Josselyn, John (DNB00)
JOSSELYN, JOHN (fl. 1675), traveller, was second of two sons of Sir Thomas Josselyn, knt., of Willingale Doe, Essex, by his second wife, Theodora, daughter of Edmund Cooke of Lesnes Abbey, Erith, and Mount Mascall, Bexley, and widow of Clement Bere of Dartford, all in Kent (Lodge, Peerage of Ireland, ed. Archdall, iii. 266; Berry, County Genealogies, Kent, p. 472). At the invitation of his brother Henry (see below), he sailed for New England on 26 April, and arrived in Boston on 2 July 1638. There he paid visits to John Winthrop and John Cotton [q. v.] To the latter he delivered from Francis Quarles a metrical version of six of the Psalms for his approbation. He then went to Black Point, Scarborough, Maine, where his brother was settled, and stayed there until his return to England in October 1639. He paid his next visit to New England in 1663, arriving at Boston on 28 July, soon joined his brother at Scarborough, and remained with him for nearly eight years and a half. On his return home in December 1671 he published his impressions of the country in a curious book entitled ‘New-Englands Rarities discovered in birds, beasts, fishes, serpents, and plants of that country … Illustrated with cuts,’ 8vo, London, 1672 (reprinted with notes by Edward Tuckerman, Boston, 1865). Josselyn wrote also ‘An Account of two Voyages to New-England. Wherein you have the setting out of a ship, with the charges; … a description of the countrey, natives and creatures, with their merchantil and physical use; the government of the countrey, … a large chronological table of the most remarkable passages from the first discovering of the Continent of America to the year 1673,’ &c., 8vo, London, 1674; 2nd edit. 1675. The book was reprinted by the Massachusetts Historical Society in 1834 in their ‘Collections’ (3rd ser. vol. iii.), and again at Boston in 1869.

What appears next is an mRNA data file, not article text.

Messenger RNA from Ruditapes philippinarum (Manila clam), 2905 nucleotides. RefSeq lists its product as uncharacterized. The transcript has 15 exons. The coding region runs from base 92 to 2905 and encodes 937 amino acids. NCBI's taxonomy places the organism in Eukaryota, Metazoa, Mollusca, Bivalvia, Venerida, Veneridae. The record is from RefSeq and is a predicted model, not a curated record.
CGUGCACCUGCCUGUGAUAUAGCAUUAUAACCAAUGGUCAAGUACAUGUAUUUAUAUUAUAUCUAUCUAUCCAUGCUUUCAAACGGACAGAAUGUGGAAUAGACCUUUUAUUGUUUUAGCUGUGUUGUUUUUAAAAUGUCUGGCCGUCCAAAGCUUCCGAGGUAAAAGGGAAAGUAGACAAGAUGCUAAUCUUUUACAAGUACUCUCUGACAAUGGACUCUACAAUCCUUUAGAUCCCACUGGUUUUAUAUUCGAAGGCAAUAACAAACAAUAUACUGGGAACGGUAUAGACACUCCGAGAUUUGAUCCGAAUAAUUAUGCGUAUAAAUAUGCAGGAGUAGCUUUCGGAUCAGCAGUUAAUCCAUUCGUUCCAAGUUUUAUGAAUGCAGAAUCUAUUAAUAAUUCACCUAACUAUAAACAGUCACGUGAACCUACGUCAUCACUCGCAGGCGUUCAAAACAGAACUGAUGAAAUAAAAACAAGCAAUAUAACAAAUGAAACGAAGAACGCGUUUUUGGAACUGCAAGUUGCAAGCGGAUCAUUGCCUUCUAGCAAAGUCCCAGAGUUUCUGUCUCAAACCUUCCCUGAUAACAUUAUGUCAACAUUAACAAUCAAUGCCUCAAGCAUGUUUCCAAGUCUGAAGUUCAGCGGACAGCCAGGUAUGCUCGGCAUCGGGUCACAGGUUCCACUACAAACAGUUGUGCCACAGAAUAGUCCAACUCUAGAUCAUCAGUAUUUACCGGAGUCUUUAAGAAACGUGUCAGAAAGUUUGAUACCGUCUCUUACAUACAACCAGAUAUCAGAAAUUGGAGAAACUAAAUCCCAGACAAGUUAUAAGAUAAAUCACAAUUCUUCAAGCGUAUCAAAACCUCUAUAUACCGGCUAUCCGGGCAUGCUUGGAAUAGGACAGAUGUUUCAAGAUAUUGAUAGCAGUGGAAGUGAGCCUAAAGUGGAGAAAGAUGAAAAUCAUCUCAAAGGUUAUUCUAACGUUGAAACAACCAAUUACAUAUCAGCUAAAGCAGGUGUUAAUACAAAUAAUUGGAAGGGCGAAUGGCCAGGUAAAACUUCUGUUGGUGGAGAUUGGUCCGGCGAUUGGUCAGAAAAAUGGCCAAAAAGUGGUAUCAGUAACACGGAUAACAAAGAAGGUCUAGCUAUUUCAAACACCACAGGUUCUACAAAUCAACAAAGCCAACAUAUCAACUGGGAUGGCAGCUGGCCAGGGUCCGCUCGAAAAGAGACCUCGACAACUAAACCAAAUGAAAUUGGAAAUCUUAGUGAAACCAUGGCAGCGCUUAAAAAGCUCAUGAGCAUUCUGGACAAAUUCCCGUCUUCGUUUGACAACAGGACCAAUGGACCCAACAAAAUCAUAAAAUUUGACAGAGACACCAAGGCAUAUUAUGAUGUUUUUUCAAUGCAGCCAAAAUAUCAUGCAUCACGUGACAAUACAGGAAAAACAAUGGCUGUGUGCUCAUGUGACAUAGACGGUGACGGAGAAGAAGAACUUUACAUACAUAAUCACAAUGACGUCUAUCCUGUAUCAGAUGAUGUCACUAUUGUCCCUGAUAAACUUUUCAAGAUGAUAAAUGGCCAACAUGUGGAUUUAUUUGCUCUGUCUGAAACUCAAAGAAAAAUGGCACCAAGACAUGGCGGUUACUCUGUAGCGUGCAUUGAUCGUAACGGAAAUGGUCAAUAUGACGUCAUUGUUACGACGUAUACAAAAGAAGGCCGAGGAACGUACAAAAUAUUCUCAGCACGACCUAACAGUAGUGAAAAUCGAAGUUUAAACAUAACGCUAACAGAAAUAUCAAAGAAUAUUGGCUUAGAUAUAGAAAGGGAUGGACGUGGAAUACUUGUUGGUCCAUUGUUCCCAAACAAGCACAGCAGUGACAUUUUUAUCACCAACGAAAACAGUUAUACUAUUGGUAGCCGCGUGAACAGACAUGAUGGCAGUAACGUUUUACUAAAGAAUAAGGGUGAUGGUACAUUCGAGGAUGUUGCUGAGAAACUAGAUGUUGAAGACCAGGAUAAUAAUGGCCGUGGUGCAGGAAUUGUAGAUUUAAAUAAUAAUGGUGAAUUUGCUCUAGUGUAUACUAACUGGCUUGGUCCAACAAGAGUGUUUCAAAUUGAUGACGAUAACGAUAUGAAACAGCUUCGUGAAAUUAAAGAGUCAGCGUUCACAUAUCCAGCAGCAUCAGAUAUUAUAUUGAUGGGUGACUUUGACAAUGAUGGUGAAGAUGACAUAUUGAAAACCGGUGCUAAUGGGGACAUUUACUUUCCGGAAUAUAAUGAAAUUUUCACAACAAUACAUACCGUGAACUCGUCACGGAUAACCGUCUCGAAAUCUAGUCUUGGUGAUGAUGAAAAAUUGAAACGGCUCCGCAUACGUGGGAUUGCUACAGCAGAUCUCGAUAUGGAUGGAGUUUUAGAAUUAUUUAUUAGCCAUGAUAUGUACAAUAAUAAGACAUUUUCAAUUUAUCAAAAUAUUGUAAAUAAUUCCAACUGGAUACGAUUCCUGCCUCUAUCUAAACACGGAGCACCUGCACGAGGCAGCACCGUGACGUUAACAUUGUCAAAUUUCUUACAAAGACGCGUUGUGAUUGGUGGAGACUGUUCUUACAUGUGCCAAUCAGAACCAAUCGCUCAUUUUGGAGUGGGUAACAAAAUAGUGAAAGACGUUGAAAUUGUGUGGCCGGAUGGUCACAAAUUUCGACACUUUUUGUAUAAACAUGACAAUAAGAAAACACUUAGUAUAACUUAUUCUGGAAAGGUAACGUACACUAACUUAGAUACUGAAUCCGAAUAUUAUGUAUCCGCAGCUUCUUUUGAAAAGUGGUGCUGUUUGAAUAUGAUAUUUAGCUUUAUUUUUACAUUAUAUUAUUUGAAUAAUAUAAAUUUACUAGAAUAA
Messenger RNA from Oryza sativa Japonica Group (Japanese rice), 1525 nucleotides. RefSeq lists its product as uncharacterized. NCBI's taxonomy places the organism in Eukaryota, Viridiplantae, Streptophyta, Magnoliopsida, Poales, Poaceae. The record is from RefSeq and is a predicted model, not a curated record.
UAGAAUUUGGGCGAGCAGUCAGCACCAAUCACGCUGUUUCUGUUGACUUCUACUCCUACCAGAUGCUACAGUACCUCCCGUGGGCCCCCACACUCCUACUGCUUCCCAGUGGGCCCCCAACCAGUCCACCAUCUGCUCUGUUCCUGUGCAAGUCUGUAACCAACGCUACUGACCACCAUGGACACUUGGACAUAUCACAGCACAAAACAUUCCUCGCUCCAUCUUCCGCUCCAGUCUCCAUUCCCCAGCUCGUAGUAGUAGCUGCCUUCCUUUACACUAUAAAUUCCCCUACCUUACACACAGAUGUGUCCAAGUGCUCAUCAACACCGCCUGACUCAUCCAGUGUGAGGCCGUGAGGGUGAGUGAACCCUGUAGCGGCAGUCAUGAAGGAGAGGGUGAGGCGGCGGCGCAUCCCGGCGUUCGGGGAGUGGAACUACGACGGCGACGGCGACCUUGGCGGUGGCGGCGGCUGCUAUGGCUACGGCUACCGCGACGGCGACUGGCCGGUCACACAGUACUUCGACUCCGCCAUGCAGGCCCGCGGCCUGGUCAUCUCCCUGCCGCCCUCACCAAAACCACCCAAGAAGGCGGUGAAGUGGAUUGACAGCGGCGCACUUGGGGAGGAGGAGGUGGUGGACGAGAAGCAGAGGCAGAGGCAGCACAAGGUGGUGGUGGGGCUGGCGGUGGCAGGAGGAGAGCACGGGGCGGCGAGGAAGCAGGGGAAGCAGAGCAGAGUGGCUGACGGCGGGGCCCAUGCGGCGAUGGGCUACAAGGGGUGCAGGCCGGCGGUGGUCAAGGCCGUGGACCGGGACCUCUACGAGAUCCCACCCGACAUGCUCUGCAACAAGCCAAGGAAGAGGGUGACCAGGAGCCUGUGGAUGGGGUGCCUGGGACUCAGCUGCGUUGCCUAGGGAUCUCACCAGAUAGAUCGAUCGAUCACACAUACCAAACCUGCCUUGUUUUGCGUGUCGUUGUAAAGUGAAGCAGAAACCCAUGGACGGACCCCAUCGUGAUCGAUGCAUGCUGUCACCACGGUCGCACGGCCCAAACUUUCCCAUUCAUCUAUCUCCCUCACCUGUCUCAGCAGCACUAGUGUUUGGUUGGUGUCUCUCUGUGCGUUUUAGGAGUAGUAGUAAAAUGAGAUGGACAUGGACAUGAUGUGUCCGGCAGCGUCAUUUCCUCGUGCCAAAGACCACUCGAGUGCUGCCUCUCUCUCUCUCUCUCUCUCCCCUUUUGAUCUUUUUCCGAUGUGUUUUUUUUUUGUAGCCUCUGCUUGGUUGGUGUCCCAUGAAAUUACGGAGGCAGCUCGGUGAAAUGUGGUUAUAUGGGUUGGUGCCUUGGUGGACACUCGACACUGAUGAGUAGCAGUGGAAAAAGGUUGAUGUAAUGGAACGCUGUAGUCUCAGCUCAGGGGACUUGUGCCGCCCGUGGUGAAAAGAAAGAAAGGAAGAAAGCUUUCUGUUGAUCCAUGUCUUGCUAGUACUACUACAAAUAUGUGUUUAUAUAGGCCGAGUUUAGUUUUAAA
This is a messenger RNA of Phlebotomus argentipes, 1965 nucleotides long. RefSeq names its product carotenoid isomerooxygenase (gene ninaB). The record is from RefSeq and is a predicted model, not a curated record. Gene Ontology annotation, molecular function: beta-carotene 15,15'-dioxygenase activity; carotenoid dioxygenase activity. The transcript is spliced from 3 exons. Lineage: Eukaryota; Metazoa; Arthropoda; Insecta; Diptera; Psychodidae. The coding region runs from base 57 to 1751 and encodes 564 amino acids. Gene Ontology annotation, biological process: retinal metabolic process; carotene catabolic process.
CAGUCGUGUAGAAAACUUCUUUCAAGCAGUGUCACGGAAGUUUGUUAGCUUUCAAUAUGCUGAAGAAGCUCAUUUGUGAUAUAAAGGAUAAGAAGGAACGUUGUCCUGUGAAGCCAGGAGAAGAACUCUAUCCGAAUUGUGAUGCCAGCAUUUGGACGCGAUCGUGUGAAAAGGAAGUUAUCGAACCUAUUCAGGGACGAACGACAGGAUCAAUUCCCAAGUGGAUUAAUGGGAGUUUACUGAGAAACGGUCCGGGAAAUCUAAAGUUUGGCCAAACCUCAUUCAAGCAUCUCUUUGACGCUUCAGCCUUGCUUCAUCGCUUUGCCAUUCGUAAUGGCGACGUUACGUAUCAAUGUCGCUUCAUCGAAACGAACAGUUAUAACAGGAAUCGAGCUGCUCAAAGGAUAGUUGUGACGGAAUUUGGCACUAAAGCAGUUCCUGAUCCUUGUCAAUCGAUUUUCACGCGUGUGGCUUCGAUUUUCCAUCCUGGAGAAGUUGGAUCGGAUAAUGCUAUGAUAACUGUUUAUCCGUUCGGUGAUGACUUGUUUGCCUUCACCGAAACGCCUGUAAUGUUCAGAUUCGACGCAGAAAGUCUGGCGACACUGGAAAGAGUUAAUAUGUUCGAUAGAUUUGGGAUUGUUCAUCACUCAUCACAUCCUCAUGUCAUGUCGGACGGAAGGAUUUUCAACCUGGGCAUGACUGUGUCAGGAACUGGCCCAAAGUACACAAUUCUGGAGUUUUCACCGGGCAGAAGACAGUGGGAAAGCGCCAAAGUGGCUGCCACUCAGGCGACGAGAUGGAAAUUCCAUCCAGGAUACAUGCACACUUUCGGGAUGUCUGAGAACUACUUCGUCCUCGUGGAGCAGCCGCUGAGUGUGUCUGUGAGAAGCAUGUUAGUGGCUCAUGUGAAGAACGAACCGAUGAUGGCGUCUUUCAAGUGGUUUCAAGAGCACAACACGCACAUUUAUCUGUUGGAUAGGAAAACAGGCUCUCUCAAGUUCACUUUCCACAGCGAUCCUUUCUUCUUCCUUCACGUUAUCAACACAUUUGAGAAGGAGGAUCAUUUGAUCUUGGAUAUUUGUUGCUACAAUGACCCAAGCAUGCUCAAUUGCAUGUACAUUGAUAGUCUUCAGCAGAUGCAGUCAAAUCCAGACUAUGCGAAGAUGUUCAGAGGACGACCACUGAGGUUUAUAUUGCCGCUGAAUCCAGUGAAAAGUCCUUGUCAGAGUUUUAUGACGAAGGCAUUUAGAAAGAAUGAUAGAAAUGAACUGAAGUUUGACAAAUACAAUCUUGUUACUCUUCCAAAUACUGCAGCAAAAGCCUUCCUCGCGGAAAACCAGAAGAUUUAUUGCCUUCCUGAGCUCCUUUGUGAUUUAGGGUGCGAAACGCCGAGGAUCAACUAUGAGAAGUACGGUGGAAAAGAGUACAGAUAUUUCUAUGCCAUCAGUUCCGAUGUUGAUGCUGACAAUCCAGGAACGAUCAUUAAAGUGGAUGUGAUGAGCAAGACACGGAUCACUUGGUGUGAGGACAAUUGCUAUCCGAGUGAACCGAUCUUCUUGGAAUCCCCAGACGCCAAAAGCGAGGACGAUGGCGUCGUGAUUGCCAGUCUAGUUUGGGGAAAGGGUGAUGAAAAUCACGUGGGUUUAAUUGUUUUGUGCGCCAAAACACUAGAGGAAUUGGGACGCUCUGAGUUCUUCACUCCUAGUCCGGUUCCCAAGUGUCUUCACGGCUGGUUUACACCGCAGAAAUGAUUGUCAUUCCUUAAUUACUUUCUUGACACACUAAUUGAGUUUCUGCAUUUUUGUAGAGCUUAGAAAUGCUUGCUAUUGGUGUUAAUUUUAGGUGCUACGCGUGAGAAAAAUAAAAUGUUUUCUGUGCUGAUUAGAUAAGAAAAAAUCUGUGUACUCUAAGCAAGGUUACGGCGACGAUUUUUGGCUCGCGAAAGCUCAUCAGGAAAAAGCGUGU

His elder brother, Henry Josselyn (d. 1683), was sent to New England by Captain John Mason, patentee of New Hampshire, and arrived at Piscataqua, Maine, in the summer of 1634. After Mason's death in 1635 he took service with Sir Ferdinando Gorges [q. v.] In 1636 and 1640 he was a member of the Maine government. By 1638 he had settled at Black Point, Scarborough, Maine. In 1643 he succeeded to the Cammock patent at Black Point, and in 1645 became deputy-governor of Maine. He was appointed a commissioner for the administration of the government in 1665. Conquered by the Indians in October 1676 he retired westwards. He was at Pemaquid, Maine, in 1682, and died in the early part of 1683 (New England Hist. and Genealog. Reg. xi. 31). By his marriage with Margaret, widow of Captain Thomas Cammock (d. 1643), he had a son Henry (Savage, Genealog. Dict. ii. 570–571). Both he and his brother were staunch royalists.
[Josselyn's Works; Douglas's British Settlements in North America, ii. 71; Hutchinson's Province of Massachusetts Bay, i. 267, 268; Sullivan's Maine, pp. 330–2; Allibone's Dict. of Engl. Lit. i. 1000; New England Hist. and Genealog. Reg. ii. 204.]